NOTE: This item is not available outside the Texas A&M University network. Texas A&M affiliated users who are off campus can access the item through NetID and password authentication or by using TAMU VPN. Non-affiliated individuals should request a copy through their local library's interlibrary loan service.
The nature of information loss in the paleoecological reconstruction of benthic macrofaunal communities using faunal assemblages from the recent Texas coastal environment
MetadataShow full item record
The living benthic communities and their death assemblages at two locations on the Texas coast were studied in detail to determine their taxonomic and structural variability so that the processes by which organisms are incorporated into the death assemblage might be understood as well as the extent to which the death assemblage provides information about the original community. The death assemblages were analyzed as paleocommunities to determine the minimum estimate of the amount of data loss and distortion that should be expected in the formation of a fossil assemblage from the original living community. Temporal variability in the living communities was attributable to seasonal and salinity changes in the physical environments at the study sites of Aransas River and Padre Island. The death assemblages did not reflect changes of the magnitude observed in the living communities at either location during the study. The major taphonomic processes that altered the original community data were; differential preservation of faunal, physical and biological addition and removal of fauna from the death assemblage, and predation. Time-averaging in concert with taphonomic processes, and bioturbation condensation of shells produced death assemblages that were very dissimilar to the original communities or the preservable components of the original communities. Taxonomic composition, diversity and equitability measures and trophic proportions were examined and the differences between the living community and the death assemblage data were quantified. Death assemblage analysis incorrectly indicated that the physically more stressed living community at Aransas River was more diverse and equitable than that of Padre Island. The impact of time averaging was greater at Aransas River because the death assemblage was a composite of the taxa from the living, low salinity community and the taxa from a previous high salinity community. The death assemblage, while making paleocommunity analysis uncertain, provides a modern ecological tool for learning about past enviromental extremes. Detailed study of a variety of benthic assemblages is needed to gain a graphic understanding of and to compensate for data loss and distortion in paleocommunity equivalents which will make paleocommunity reconstruction more accurate.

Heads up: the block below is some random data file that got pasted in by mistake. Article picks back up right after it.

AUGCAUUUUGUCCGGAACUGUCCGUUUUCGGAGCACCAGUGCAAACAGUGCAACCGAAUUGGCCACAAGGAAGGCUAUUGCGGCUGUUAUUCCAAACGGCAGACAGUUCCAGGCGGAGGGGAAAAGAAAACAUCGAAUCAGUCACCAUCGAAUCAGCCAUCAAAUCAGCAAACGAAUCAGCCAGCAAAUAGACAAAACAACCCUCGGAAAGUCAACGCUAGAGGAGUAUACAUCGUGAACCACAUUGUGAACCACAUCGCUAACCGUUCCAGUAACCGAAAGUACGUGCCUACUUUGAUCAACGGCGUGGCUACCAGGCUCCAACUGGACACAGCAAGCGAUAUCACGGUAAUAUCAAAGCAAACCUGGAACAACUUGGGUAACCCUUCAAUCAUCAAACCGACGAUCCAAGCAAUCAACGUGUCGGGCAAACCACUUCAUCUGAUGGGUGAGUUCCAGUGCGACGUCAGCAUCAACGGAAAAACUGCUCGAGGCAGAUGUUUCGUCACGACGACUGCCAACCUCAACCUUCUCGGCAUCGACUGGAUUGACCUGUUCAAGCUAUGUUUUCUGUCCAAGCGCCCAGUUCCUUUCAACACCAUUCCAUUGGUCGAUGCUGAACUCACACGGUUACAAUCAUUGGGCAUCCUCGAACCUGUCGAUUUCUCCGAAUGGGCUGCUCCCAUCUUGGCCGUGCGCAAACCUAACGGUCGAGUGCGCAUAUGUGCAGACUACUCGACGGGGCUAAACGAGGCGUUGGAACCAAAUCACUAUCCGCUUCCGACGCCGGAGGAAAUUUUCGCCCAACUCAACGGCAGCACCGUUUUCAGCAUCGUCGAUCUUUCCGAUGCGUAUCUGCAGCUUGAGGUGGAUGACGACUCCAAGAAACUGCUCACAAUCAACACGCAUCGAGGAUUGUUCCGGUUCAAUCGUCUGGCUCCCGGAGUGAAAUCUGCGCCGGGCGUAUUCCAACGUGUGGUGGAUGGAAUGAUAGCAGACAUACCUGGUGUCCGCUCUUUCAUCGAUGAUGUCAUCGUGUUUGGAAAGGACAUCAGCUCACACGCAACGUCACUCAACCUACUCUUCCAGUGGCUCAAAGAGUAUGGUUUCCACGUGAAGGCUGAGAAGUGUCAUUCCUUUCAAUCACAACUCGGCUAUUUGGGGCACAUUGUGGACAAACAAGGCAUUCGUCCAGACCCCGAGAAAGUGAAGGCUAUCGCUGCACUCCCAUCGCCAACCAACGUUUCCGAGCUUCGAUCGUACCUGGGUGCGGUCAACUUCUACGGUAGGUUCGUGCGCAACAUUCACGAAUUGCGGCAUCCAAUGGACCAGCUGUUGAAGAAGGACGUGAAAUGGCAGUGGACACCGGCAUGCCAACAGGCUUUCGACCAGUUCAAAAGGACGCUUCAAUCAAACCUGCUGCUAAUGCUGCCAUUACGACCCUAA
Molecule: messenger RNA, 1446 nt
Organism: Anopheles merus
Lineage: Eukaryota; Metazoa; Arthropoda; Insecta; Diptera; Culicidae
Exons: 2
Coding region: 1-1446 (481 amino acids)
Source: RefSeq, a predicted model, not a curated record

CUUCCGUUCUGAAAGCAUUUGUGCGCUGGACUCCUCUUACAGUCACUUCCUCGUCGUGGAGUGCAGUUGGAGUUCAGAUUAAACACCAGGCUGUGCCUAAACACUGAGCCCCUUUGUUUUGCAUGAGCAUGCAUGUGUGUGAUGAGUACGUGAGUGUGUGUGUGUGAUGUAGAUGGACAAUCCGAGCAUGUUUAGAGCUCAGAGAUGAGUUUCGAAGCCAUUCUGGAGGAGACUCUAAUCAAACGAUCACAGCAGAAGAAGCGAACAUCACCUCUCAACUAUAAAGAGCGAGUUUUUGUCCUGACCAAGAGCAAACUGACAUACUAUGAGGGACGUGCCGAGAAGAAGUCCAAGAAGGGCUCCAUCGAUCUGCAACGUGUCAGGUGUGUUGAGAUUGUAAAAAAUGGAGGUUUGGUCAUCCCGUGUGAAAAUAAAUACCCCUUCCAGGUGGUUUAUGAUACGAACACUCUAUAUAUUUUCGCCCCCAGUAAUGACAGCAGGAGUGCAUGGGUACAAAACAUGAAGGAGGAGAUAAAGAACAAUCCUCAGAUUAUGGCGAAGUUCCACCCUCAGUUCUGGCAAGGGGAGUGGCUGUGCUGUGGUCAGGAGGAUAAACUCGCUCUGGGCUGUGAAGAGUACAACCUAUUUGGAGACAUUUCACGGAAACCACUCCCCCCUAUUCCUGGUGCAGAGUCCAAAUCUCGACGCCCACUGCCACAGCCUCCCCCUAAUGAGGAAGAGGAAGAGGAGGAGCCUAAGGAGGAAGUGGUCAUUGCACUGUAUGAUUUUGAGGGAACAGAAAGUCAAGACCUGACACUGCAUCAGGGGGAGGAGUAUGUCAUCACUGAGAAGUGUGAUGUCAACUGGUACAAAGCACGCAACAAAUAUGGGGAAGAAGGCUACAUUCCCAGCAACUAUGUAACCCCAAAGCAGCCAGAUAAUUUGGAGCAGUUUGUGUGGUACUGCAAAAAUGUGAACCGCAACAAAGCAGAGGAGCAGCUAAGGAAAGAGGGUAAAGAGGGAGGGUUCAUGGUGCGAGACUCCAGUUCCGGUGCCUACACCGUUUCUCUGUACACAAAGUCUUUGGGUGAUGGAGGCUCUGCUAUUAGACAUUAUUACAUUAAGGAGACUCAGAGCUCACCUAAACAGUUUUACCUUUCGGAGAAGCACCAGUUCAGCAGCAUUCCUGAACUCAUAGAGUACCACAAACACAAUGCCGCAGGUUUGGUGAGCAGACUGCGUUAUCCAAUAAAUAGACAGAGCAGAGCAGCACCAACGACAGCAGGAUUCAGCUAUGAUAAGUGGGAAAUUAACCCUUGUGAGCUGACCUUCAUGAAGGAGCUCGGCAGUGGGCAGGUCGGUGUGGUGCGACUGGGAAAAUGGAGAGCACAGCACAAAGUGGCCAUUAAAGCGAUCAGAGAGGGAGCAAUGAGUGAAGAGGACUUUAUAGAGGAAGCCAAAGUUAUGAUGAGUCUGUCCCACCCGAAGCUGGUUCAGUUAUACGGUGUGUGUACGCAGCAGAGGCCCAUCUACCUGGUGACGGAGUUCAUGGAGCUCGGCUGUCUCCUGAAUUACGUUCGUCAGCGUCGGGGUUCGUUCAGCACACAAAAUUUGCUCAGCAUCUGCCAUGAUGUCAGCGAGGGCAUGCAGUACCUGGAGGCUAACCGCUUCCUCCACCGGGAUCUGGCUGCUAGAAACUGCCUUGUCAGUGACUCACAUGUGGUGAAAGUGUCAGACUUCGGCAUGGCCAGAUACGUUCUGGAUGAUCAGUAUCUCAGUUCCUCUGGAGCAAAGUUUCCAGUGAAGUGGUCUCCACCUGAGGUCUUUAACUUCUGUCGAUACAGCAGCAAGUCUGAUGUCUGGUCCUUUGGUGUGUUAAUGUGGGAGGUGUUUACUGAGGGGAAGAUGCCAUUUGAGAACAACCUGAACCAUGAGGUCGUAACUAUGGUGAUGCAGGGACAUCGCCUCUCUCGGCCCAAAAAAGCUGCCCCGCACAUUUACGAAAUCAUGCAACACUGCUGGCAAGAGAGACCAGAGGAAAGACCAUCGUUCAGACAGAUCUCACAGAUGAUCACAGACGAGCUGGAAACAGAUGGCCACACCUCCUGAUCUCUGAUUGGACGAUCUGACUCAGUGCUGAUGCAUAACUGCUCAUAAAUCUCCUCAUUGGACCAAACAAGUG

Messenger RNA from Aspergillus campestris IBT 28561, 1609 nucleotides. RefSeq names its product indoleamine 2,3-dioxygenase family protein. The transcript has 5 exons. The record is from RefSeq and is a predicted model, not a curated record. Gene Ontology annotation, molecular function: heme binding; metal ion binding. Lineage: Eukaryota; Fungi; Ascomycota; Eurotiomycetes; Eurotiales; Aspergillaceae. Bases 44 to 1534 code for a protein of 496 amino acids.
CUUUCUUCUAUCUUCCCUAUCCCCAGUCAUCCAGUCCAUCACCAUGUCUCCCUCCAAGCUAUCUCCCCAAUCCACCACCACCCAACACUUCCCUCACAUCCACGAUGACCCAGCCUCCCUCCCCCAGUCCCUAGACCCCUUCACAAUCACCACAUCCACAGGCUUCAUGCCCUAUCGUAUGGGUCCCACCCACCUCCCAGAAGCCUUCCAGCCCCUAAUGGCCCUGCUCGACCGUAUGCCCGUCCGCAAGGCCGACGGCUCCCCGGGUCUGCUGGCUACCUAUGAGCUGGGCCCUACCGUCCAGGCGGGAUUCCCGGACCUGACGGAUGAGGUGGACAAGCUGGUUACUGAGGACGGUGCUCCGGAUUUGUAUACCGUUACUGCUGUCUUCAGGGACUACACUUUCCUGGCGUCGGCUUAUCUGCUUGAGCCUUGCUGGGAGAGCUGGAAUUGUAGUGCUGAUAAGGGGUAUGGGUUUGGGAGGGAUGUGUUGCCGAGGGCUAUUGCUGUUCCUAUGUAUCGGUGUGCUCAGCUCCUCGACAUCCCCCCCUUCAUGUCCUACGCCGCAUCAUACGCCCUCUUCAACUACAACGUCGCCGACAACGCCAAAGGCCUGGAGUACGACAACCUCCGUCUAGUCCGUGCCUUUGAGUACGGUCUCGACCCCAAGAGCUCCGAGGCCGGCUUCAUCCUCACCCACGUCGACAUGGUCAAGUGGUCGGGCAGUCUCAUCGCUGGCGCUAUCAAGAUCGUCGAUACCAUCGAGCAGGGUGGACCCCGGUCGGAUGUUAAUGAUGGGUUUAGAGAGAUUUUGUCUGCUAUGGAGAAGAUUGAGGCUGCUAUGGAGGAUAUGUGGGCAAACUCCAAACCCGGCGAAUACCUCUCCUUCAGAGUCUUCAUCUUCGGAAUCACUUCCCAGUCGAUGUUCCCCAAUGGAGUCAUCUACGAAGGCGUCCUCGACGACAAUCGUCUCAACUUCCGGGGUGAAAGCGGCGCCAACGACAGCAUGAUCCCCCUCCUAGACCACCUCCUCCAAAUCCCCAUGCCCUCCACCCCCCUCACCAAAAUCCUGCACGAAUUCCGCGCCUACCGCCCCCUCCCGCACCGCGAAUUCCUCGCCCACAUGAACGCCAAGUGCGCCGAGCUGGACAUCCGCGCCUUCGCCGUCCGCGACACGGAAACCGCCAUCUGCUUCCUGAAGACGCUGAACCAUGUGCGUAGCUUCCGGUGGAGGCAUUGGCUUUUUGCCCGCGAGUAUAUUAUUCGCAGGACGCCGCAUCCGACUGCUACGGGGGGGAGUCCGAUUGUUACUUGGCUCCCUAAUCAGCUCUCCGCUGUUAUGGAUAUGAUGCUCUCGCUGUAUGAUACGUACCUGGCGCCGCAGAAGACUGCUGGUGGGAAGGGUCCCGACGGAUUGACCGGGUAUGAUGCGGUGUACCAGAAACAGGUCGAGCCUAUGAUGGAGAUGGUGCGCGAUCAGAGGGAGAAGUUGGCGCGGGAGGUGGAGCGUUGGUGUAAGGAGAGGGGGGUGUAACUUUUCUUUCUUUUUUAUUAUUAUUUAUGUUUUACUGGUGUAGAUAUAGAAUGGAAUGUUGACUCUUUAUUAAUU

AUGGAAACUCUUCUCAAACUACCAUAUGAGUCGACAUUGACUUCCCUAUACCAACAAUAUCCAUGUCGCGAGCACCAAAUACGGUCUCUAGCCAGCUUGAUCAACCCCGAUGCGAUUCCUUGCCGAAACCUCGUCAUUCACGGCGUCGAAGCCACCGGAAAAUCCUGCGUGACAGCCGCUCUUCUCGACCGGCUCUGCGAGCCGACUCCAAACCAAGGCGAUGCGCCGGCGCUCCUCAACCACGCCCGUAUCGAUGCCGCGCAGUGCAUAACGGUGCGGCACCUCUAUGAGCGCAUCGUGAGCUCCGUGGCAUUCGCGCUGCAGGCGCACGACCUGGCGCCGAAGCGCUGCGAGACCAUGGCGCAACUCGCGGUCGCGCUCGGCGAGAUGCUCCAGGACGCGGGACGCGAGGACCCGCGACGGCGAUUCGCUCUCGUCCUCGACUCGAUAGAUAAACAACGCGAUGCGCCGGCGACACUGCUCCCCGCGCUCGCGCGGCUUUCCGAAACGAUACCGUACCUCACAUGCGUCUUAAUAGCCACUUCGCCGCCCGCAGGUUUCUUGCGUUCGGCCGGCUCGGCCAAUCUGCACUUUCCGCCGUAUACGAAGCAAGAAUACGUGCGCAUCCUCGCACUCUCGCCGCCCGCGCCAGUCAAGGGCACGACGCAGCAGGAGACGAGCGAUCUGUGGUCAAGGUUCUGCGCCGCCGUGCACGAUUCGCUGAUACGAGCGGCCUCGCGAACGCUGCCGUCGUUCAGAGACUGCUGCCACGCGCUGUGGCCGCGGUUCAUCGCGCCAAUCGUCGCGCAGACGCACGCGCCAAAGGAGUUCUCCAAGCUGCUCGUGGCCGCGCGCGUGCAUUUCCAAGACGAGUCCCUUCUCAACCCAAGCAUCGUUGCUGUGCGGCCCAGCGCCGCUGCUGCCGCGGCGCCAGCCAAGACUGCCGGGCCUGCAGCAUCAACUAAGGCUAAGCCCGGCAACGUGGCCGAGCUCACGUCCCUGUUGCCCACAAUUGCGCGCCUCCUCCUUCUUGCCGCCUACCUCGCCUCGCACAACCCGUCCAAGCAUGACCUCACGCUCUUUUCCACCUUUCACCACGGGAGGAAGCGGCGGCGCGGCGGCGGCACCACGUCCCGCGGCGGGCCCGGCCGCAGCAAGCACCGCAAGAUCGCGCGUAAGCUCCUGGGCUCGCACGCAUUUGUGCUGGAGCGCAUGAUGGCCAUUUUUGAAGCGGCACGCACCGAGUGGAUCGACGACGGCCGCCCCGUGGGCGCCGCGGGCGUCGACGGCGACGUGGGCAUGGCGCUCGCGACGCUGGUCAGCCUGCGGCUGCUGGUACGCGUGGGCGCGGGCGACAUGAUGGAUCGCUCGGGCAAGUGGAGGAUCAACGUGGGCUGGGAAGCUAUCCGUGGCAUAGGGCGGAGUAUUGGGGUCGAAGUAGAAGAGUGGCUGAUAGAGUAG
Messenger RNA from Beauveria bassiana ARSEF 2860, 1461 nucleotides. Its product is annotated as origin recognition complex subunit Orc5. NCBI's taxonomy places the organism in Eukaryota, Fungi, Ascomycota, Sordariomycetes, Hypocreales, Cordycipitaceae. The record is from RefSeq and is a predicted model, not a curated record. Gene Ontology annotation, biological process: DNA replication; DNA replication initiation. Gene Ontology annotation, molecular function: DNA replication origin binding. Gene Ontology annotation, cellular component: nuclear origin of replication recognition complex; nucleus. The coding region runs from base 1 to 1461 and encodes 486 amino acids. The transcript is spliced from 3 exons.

Staff, George McDonald (1983). The nature of information loss in the paleoecological reconstruction of benthic macrofaunal communities using faunal assemblages from the recent Texas coastal environment. Texas A&M University. Texas A&M University. Libraries. Available electronically from
Request Open Access
This item and its contents are restricted. If this is your thesis or dissertation, you can make it open-access. This will allow all visitors to view the contents of the thesis.